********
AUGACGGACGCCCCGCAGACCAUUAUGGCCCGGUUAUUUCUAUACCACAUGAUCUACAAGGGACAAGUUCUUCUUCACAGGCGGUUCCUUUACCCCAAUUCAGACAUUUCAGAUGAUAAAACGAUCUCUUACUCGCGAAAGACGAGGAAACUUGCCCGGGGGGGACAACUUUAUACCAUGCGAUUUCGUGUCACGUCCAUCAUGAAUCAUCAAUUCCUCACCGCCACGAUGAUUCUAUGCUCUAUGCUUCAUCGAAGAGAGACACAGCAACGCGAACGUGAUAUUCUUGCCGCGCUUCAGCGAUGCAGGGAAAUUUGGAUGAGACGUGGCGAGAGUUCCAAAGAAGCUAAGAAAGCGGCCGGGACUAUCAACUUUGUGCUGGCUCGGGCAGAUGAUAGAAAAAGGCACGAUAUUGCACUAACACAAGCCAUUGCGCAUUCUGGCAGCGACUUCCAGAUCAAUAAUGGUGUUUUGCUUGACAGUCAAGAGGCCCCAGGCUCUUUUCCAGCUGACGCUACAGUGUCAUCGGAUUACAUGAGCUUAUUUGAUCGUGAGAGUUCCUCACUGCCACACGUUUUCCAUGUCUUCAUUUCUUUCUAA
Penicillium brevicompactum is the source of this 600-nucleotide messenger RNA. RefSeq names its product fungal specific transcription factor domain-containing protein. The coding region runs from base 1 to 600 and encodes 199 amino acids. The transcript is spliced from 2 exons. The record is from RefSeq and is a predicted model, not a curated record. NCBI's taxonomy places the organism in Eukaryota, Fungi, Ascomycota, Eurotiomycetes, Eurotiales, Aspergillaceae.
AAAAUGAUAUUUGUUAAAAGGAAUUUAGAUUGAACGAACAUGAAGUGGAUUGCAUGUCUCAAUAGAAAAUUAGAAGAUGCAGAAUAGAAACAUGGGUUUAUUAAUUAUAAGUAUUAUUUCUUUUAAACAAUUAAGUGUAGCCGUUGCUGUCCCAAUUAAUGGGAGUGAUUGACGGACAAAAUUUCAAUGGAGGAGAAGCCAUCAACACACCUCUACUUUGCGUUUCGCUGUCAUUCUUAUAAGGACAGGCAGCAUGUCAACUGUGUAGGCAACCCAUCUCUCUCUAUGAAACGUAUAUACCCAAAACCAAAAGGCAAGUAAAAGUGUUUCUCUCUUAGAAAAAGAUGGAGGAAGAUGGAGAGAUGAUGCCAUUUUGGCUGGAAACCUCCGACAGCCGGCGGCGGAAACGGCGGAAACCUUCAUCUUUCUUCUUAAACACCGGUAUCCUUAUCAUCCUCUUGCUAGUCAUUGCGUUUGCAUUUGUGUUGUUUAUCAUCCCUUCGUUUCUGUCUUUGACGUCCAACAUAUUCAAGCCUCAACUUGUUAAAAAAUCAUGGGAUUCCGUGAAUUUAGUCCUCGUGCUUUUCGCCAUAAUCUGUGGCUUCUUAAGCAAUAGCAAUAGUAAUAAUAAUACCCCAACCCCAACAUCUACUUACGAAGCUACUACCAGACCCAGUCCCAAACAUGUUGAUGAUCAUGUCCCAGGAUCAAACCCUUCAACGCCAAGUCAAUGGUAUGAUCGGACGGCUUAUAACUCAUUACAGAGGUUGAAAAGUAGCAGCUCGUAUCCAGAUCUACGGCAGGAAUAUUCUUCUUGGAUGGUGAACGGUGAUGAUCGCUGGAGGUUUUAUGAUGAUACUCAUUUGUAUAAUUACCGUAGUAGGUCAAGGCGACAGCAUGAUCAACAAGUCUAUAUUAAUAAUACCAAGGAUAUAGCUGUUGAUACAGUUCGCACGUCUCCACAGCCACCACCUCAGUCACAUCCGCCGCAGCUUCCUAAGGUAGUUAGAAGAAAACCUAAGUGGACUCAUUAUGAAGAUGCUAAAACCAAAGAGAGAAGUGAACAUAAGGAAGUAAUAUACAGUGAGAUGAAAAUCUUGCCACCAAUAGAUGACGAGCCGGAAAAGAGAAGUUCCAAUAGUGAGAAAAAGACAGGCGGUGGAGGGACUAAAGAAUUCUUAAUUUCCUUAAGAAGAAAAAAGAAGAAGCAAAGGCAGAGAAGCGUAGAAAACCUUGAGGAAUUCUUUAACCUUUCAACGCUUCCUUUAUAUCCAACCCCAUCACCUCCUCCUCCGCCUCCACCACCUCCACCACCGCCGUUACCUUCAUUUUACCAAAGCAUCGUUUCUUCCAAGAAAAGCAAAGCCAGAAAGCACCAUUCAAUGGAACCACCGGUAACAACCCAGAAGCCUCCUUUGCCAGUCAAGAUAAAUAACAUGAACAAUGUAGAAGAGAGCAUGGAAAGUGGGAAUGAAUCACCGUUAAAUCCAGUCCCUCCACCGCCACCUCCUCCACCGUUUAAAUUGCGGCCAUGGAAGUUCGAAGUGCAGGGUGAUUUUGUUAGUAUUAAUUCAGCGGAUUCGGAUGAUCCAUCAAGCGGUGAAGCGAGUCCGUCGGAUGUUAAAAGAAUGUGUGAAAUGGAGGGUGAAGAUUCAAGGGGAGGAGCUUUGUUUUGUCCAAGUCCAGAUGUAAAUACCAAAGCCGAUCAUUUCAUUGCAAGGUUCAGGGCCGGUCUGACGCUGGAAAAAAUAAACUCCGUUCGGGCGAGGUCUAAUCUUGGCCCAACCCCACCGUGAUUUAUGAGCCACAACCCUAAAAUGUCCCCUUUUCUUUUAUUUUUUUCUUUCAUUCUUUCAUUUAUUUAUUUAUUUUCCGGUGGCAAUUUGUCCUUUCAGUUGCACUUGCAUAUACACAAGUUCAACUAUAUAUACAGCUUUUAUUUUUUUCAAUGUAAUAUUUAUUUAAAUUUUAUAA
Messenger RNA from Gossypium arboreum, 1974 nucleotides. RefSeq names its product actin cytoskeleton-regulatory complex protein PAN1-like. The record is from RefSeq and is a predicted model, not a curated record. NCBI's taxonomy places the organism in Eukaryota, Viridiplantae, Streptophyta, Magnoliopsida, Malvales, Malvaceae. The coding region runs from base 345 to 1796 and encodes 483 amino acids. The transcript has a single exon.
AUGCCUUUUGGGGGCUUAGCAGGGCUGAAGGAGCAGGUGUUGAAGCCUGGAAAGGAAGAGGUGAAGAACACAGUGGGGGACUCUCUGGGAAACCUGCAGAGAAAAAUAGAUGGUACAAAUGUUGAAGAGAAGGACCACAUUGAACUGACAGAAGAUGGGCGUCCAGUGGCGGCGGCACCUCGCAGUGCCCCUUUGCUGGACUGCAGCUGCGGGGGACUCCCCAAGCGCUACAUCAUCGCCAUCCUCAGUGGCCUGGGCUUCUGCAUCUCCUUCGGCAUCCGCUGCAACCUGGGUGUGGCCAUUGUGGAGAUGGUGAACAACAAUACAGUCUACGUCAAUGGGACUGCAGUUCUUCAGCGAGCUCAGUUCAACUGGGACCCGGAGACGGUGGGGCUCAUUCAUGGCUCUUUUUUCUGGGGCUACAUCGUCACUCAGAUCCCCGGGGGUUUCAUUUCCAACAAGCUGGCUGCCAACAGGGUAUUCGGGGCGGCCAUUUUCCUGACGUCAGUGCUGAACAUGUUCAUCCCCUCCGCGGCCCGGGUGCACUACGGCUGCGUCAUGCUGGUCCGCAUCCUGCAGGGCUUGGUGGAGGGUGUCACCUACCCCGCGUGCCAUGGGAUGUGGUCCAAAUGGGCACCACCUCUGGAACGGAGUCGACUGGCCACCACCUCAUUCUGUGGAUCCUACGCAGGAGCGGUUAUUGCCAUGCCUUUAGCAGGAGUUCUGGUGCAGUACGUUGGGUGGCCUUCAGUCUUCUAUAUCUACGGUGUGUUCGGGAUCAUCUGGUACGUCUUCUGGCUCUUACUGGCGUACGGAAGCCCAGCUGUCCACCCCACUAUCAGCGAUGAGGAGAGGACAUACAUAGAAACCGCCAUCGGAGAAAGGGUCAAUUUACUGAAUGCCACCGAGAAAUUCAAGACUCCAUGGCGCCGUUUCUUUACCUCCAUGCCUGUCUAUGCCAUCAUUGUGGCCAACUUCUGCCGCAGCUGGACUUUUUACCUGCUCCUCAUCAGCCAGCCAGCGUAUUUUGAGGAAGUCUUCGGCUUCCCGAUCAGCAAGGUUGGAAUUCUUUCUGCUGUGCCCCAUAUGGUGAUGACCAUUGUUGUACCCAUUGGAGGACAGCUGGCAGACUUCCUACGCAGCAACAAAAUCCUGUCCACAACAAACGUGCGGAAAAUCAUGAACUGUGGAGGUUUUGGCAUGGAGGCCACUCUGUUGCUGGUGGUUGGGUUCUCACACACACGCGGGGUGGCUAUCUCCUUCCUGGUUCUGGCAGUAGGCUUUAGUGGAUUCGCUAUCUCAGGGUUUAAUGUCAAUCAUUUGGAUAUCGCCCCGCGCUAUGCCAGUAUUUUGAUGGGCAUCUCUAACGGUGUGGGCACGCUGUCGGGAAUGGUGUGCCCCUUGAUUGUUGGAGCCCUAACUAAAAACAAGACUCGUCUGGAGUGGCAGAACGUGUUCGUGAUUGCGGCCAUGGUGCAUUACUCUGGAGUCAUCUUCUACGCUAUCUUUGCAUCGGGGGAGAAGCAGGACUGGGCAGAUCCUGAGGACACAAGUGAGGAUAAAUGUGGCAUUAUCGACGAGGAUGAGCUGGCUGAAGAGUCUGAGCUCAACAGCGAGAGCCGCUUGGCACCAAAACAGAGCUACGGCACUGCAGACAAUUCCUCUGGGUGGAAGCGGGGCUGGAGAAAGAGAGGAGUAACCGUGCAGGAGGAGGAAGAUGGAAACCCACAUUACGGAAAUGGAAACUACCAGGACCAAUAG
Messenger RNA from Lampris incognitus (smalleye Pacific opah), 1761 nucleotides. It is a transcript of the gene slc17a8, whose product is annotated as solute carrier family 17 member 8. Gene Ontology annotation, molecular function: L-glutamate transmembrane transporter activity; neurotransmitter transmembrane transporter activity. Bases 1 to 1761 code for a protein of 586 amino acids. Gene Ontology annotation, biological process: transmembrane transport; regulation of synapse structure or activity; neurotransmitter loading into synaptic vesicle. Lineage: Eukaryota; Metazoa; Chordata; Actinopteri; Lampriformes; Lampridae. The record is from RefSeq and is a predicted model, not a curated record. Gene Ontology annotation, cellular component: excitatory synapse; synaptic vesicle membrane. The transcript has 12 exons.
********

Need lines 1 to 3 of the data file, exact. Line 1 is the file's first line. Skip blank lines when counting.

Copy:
AUGACGGACGCCCCGCAGACCAUUAUGGCCCGGUUAUUUCUAUACCACAUGAUCUACAAGGGACAAGUUCUUCUUCACAGGCGGUUCCUUUACCCCAAUUCAGACAUUUCAGAUGAUAAAACGAUCUCUUACUCGCGAAAGACGAGGAAACUUGCCCGGGGGGGACAACUUUAUACCAUGCGAUUUCGUGUCACGUCCAUCAUGAAUCAUCAAUUCCUCACCGCCACGAUGAUUCUAUGCUCUAUGCUUCAUCGAAGAGAGACACAGCAACGCGAACGUGAUAUUCUUGCCGCGCUUCAGCGAUGCAGGGAAAUUUGGAUGAGACGUGGCGAGAGUUCCAAAGAAGCUAAGAAAGCGGCCGGGACUAUCAACUUUGUGCUGGCUCGGGCAGAUGAUAGAAAAAGGCACGAUAUUGCACUAACACAAGCCAUUGCGCAUUCUGGCAGCGACUUCCAGAUCAAUAAUGGUGUUUUGCUUGACAGUCAAGAGGCCCCAGGCUCUUUUCCAGCUGACGCUACAGUGUCAUCGGAUUACAUGAGCUUAUUUGAUCGUGAGAGUUCCUCACUGCCACACGUUUUCCAUGUCUUCAUUUCUUUCUAA
Penicillium brevicompactum is the source of this 600-nucleotide messenger RNA. RefSeq names its product fungal specific transcription factor domain-containing protein. The coding region runs from base 1 to 600 and encodes 199 amino acids. The transcript is spliced from 2 exons. The record is from RefSeq and is a predicted model, not a curated record. NCBI's taxonomy places the organism in Eukaryota, Fungi, Ascomycota, Eurotiomycetes, Eurotiales, Aspergillaceae.
AAAAUGAUAUUUGUUAAAAGGAAUUUAGAUUGAACGAACAUGAAGUGGAUUGCAUGUCUCAAUAGAAAAUUAGAAGAUGCAGAAUAGAAACAUGGGUUUAUUAAUUAUAAGUAUUAUUUCUUUUAAACAAUUAAGUGUAGCCGUUGCUGUCCCAAUUAAUGGGAGUGAUUGACGGACAAAAUUUCAAUGGAGGAGAAGCCAUCAACACACCUCUACUUUGCGUUUCGCUGUCAUUCUUAUAAGGACAGGCAGCAUGUCAACUGUGUAGGCAACCCAUCUCUCUCUAUGAAACGUAUAUACCCAAAACCAAAAGGCAAGUAAAAGUGUUUCUCUCUUAGAAAAAGAUGGAGGAAGAUGGAGAGAUGAUGCCAUUUUGGCUGGAAACCUCCGACAGCCGGCGGCGGAAACGGCGGAAACCUUCAUCUUUCUUCUUAAACACCGGUAUCCUUAUCAUCCUCUUGCUAGUCAUUGCGUUUGCAUUUGUGUUGUUUAUCAUCCCUUCGUUUCUGUCUUUGACGUCCAACAUAUUCAAGCCUCAACUUGUUAAAAAAUCAUGGGAUUCCGUGAAUUUAGUCCUCGUGCUUUUCGCCAUAAUCUGUGGCUUCUUAAGCAAUAGCAAUAGUAAUAAUAAUACCCCAACCCCAACAUCUACUUACGAAGCUACUACCAGACCCAGUCCCAAACAUGUUGAUGAUCAUGUCCCAGGAUCAAACCCUUCAACGCCAAGUCAAUGGUAUGAUCGGACGGCUUAUAACUCAUUACAGAGGUUGAAAAGUAGCAGCUCGUAUCCAGAUCUACGGCAGGAAUAUUCUUCUUGGAUGGUGAACGGUGAUGAUCGCUGGAGGUUUUAUGAUGAUACUCAUUUGUAUAAUUACCGUAGUAGGUCAAGGCGACAGCAUGAUCAACAAGUCUAUAUUAAUAAUACCAAGGAUAUAGCUGUUGAUACAGUUCGCACGUCUCCACAGCCACCACCUCAGUCACAUCCGCCGCAGCUUCCUAAGGUAGUUAGAAGAAAACCUAAGUGGACUCAUUAUGAAGAUGCUAAAACCAAAGAGAGAAGUGAACAUAAGGAAGUAAUAUACAGUGAGAUGAAAAUCUUGCCACCAAUAGAUGACGAGCCGGAAAAGAGAAGUUCCAAUAGUGAGAAAAAGACAGGCGGUGGAGGGACUAAAGAAUUCUUAAUUUCCUUAAGAAGAAAAAAGAAGAAGCAAAGGCAGAGAAGCGUAGAAAACCUUGAGGAAUUCUUUAACCUUUCAACGCUUCCUUUAUAUCCAACCCCAUCACCUCCUCCUCCGCCUCCACCACCUCCACCACCGCCGUUACCUUCAUUUUACCAAAGCAUCGUUUCUUCCAAGAAAAGCAAAGCCAGAAAGCACCAUUCAAUGGAACCACCGGUAACAACCCAGAAGCCUCCUUUGCCAGUCAAGAUAAAUAACAUGAACAAUGUAGAAGAGAGCAUGGAAAGUGGGAAUGAAUCACCGUUAAAUCCAGUCCCUCCACCGCCACCUCCUCCACCGUUUAAAUUGCGGCCAUGGAAGUUCGAAGUGCAGGGUGAUUUUGUUAGUAUUAAUUCAGCGGAUUCGGAUGAUCCAUCAAGCGGUGAAGCGAGUCCGUCGGAUGUUAAAAGAAUGUGUGAAAUGGAGGGUGAAGAUUCAAGGGGAGGAGCUUUGUUUUGUCCAAGUCCAGAUGUAAAUACCAAAGCCGAUCAUUUCAUUGCAAGGUUCAGGGCCGGUCUGACGCUGGAAAAAAUAAACUCCGUUCGGGCGAGGUCUAAUCUUGGCCCAACCCCACCGUGAUUUAUGAGCCACAACCCUAAAAUGUCCCCUUUUCUUUUAUUUUUUUCUUUCAUUCUUUCAUUUAUUUAUUUAUUUUCCGGUGGCAAUUUGUCCUUUCAGUUGCACUUGCAUAUACACAAGUUCAACUAUAUAUACAGCUUUUAUUUUUUUCAAUGUAAUAUUUAUUUAAAUUUUAUAA